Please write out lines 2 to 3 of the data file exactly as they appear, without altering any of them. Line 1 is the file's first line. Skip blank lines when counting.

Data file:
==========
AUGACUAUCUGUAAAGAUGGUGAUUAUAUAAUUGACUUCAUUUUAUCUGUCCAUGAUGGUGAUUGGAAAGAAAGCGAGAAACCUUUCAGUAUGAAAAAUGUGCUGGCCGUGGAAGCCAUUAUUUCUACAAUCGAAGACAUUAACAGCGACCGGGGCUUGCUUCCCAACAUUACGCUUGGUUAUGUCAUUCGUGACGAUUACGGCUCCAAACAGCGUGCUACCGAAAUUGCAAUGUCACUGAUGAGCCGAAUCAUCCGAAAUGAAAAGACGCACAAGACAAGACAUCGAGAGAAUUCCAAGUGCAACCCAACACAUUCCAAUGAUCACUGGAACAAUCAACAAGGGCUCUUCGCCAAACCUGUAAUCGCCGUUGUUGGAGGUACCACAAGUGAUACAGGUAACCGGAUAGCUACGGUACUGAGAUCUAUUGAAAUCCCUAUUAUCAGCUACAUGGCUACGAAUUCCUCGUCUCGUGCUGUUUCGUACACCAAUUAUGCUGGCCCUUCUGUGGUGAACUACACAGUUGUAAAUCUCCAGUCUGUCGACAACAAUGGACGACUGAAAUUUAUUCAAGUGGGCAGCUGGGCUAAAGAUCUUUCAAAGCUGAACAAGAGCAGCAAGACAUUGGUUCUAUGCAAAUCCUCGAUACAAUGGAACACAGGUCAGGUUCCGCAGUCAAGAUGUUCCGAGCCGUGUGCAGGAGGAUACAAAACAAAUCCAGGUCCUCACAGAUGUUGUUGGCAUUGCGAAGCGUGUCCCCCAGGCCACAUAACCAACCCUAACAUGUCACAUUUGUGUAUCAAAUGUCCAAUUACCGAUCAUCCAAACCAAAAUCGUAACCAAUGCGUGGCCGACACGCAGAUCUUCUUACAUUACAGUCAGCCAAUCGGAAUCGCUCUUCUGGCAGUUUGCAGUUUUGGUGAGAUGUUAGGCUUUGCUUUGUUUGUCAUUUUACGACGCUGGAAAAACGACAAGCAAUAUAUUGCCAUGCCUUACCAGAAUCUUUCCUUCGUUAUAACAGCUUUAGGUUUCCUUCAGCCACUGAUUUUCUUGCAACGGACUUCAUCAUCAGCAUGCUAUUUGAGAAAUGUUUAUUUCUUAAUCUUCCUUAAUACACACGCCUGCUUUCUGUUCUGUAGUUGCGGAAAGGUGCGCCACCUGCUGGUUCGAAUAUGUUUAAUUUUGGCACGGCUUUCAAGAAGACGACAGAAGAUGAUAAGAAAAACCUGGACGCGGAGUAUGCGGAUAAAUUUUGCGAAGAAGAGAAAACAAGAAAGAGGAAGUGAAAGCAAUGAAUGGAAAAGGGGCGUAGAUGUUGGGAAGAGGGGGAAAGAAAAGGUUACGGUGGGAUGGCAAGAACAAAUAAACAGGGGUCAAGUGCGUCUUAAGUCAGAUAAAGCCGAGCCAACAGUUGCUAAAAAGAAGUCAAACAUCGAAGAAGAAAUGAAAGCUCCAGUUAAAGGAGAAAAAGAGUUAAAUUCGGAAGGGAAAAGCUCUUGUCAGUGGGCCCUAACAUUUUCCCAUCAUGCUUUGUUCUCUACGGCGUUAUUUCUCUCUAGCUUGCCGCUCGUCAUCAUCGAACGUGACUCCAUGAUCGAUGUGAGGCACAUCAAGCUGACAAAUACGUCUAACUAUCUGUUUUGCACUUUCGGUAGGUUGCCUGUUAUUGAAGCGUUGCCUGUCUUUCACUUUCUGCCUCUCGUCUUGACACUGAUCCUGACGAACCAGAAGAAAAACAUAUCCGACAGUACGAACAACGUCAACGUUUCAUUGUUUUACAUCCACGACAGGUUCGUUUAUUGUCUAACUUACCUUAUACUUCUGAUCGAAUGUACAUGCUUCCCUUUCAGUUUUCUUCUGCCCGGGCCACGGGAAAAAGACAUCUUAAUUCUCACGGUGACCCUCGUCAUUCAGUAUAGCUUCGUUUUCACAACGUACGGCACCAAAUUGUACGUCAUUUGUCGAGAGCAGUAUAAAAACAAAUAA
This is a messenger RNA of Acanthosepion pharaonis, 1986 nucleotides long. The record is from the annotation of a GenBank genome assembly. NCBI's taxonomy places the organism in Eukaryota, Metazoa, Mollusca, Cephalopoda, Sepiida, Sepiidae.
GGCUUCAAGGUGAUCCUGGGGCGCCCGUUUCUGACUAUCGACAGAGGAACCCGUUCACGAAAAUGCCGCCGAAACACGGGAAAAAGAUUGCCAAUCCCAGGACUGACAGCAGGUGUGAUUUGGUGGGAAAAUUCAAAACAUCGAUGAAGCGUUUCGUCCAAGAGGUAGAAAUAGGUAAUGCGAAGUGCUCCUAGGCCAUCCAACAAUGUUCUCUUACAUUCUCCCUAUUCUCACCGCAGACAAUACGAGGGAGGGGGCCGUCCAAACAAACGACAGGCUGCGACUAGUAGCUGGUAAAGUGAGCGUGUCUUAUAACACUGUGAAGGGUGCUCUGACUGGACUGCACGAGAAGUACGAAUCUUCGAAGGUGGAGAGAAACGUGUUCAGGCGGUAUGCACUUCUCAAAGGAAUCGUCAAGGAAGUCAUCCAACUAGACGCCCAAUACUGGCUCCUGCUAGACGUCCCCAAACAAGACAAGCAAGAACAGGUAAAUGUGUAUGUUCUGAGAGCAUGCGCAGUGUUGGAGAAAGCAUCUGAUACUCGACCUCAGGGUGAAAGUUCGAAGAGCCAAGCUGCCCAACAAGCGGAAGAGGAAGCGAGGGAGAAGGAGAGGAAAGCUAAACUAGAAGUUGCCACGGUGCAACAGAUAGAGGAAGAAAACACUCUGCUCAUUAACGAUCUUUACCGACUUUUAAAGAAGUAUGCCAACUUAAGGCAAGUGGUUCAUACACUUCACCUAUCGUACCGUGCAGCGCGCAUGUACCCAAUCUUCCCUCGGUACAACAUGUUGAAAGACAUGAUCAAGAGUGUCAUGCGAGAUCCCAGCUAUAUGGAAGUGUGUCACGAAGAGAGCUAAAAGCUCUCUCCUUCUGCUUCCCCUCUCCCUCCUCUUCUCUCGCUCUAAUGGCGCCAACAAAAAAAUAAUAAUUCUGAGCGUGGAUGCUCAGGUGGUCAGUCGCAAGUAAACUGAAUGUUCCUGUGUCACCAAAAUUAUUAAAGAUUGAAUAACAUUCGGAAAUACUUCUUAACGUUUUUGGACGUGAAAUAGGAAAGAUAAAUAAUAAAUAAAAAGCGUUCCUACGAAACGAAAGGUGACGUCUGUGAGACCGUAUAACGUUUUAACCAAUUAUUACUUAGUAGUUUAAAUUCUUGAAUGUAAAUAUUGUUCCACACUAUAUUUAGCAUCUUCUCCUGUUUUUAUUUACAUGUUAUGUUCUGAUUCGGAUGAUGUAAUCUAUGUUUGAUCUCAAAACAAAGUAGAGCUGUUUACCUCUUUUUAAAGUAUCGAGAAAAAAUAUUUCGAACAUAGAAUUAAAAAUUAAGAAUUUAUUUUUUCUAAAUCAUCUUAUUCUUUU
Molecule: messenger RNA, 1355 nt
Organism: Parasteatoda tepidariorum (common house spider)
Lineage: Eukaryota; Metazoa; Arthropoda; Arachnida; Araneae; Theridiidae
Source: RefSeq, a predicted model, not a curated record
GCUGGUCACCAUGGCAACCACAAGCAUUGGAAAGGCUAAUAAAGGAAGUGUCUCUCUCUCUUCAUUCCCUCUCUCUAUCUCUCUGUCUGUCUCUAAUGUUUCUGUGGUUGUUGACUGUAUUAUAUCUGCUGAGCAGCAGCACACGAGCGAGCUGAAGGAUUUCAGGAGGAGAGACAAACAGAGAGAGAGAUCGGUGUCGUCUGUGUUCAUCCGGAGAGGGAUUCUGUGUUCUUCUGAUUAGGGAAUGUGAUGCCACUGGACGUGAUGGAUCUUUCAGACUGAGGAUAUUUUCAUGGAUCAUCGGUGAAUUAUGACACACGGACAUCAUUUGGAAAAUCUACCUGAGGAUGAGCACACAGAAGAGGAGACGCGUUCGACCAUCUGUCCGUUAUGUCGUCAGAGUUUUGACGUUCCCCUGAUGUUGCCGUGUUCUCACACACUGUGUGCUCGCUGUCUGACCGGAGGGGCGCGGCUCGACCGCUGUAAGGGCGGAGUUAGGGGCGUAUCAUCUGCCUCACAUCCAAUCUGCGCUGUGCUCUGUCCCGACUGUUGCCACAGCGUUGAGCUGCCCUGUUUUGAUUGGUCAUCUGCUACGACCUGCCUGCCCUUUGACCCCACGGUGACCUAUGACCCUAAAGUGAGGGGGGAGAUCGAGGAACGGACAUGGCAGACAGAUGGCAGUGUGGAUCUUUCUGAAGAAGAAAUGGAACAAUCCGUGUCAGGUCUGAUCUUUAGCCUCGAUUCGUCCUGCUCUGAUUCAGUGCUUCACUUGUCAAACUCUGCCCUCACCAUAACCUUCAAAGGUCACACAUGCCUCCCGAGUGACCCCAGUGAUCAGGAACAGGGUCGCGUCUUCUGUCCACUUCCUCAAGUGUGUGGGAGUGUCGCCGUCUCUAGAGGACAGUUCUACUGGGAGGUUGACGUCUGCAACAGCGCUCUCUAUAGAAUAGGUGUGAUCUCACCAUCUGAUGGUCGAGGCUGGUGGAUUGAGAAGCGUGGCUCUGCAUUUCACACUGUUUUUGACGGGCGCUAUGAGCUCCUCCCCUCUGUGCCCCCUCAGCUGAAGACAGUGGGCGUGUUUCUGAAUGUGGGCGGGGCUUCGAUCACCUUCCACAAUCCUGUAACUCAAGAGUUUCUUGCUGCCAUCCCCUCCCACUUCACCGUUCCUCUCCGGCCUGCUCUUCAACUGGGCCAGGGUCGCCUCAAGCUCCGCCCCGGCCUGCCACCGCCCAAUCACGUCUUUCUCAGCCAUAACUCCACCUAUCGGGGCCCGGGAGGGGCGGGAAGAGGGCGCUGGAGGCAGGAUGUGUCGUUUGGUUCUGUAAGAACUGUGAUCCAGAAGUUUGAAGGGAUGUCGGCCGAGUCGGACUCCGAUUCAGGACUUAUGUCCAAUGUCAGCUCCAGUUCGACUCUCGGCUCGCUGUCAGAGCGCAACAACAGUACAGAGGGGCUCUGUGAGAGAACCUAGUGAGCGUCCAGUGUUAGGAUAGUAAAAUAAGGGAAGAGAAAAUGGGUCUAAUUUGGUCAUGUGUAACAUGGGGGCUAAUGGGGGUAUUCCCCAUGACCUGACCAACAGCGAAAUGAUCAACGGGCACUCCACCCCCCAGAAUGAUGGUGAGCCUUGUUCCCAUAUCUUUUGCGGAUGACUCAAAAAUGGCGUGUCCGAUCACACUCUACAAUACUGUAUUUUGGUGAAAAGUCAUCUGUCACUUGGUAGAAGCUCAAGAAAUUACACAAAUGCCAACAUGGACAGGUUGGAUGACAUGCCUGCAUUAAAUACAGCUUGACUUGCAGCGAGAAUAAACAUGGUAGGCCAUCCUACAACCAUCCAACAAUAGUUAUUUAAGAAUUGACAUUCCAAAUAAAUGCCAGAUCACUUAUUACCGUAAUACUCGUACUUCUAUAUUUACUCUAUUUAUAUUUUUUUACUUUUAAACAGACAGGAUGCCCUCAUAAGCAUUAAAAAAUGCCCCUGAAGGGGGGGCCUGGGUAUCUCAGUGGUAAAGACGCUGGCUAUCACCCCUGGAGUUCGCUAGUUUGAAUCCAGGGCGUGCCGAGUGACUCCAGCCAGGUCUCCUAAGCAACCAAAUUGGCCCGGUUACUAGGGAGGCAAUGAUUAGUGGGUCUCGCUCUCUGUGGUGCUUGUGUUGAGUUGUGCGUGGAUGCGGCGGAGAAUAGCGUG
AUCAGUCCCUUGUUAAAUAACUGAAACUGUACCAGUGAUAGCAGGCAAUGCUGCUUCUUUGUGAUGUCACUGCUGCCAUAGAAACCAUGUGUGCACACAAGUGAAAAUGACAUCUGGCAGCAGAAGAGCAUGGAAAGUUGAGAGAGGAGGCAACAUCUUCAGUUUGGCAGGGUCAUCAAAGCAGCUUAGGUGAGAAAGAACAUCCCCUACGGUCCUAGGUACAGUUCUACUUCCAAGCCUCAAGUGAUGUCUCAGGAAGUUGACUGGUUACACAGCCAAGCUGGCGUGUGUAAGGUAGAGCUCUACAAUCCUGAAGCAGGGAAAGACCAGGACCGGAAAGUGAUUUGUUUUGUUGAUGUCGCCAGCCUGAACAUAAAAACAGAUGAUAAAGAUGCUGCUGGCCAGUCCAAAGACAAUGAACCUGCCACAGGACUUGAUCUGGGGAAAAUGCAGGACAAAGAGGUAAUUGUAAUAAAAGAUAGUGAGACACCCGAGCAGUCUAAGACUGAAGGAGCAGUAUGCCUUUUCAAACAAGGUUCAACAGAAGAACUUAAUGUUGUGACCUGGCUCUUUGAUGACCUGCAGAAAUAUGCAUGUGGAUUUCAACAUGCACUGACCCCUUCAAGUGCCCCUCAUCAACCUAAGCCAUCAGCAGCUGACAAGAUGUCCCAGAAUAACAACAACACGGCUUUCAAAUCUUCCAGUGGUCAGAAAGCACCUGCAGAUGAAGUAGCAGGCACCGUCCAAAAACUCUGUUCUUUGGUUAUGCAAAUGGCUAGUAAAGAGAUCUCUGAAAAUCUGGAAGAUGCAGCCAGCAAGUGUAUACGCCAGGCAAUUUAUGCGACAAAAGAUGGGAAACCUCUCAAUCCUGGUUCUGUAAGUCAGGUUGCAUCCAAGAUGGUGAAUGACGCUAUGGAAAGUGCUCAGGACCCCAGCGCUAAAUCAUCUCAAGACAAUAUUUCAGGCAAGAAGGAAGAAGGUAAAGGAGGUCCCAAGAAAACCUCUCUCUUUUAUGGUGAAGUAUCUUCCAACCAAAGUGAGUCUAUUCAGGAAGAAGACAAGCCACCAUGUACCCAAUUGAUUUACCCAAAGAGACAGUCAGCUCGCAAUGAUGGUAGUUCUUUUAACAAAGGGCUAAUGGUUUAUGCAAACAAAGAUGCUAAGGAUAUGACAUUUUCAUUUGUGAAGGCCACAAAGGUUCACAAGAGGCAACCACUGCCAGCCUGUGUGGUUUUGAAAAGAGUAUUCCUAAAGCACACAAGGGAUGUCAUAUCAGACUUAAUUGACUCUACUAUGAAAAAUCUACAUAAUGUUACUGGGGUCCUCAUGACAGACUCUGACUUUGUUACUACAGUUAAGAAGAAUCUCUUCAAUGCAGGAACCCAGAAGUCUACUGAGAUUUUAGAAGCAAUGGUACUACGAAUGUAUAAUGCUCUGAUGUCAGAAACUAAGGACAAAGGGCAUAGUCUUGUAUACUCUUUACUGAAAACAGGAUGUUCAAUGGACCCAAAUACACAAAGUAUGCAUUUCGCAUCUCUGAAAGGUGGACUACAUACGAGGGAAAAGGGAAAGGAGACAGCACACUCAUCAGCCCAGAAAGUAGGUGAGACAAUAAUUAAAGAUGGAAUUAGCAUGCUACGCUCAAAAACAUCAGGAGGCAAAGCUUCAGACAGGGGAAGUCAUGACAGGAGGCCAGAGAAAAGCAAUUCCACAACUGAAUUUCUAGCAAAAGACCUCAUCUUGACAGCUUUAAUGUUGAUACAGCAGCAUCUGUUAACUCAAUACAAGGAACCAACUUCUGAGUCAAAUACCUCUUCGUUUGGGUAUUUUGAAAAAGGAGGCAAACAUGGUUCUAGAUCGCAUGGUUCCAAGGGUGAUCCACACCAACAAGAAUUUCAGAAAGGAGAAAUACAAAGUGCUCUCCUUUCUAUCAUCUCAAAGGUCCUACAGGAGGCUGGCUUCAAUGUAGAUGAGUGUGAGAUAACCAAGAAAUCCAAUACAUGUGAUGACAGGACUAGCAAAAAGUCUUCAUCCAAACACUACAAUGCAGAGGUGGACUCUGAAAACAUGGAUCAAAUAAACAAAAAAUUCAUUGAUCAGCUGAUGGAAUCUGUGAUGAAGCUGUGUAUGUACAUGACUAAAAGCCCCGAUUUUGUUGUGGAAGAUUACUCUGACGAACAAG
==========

This is a messenger RNA of Acanthosepion pharaonis, 1986 nucleotides long. The record is from the annotation of a GenBank genome assembly. NCBI's taxonomy places the organism in Eukaryota, Metazoa, Mollusca, Cephalopoda, Sepiida, Sepiidae.
GGCUUCAAGGUGAUCCUGGGGCGCCCGUUUCUGACUAUCGACAGAGGAACCCGUUCACGAAAAUGCCGCCGAAACACGGGAAAAAGAUUGCCAAUCCCAGGACUGACAGCAGGUGUGAUUUGGUGGGAAAAUUCAAAACAUCGAUGAAGCGUUUCGUCCAAGAGGUAGAAAUAGGUAAUGCGAAGUGCUCCUAGGCCAUCCAACAAUGUUCUCUUACAUUCUCCCUAUUCUCACCGCAGACAAUACGAGGGAGGGGGCCGUCCAAACAAACGACAGGCUGCGACUAGUAGCUGGUAAAGUGAGCGUGUCUUAUAACACUGUGAAGGGUGCUCUGACUGGACUGCACGAGAAGUACGAAUCUUCGAAGGUGGAGAGAAACGUGUUCAGGCGGUAUGCACUUCUCAAAGGAAUCGUCAAGGAAGUCAUCCAACUAGACGCCCAAUACUGGCUCCUGCUAGACGUCCCCAAACAAGACAAGCAAGAACAGGUAAAUGUGUAUGUUCUGAGAGCAUGCGCAGUGUUGGAGAAAGCAUCUGAUACUCGACCUCAGGGUGAAAGUUCGAAGAGCCAAGCUGCCCAACAAGCGGAAGAGGAAGCGAGGGAGAAGGAGAGGAAAGCUAAACUAGAAGUUGCCACGGUGCAACAGAUAGAGGAAGAAAACACUCUGCUCAUUAACGAUCUUUACCGACUUUUAAAGAAGUAUGCCAACUUAAGGCAAGUGGUUCAUACACUUCACCUAUCGUACCGUGCAGCGCGCAUGUACCCAAUCUUCCCUCGGUACAACAUGUUGAAAGACAUGAUCAAGAGUGUCAUGCGAGAUCCCAGCUAUAUGGAAGUGUGUCACGAAGAGAGCUAAAAGCUCUCUCCUUCUGCUUCCCCUCUCCCUCCUCUUCUCUCGCUCUAAUGGCGCCAACAAAAAAAUAAUAAUUCUGAGCGUGGAUGCUCAGGUGGUCAGUCGCAAGUAAACUGAAUGUUCCUGUGUCACCAAAAUUAUUAAAGAUUGAAUAACAUUCGGAAAUACUUCUUAACGUUUUUGGACGUGAAAUAGGAAAGAUAAAUAAUAAAUAAAAAGCGUUCCUACGAAACGAAAGGUGACGUCUGUGAGACCGUAUAACGUUUUAACCAAUUAUUACUUAGUAGUUUAAAUUCUUGAAUGUAAAUAUUGUUCCACACUAUAUUUAGCAUCUUCUCCUGUUUUUAUUUACAUGUUAUGUUCUGAUUCGGAUGAUGUAAUCUAUGUUUGAUCUCAAAACAAAGUAGAGCUGUUUACCUCUUUUUAAAGUAUCGAGAAAAAAUAUUUCGAACAUAGAAUUAAAAAUUAAGAAUUUAUUUUUUCUAAAUCAUCUUAUUCUUUU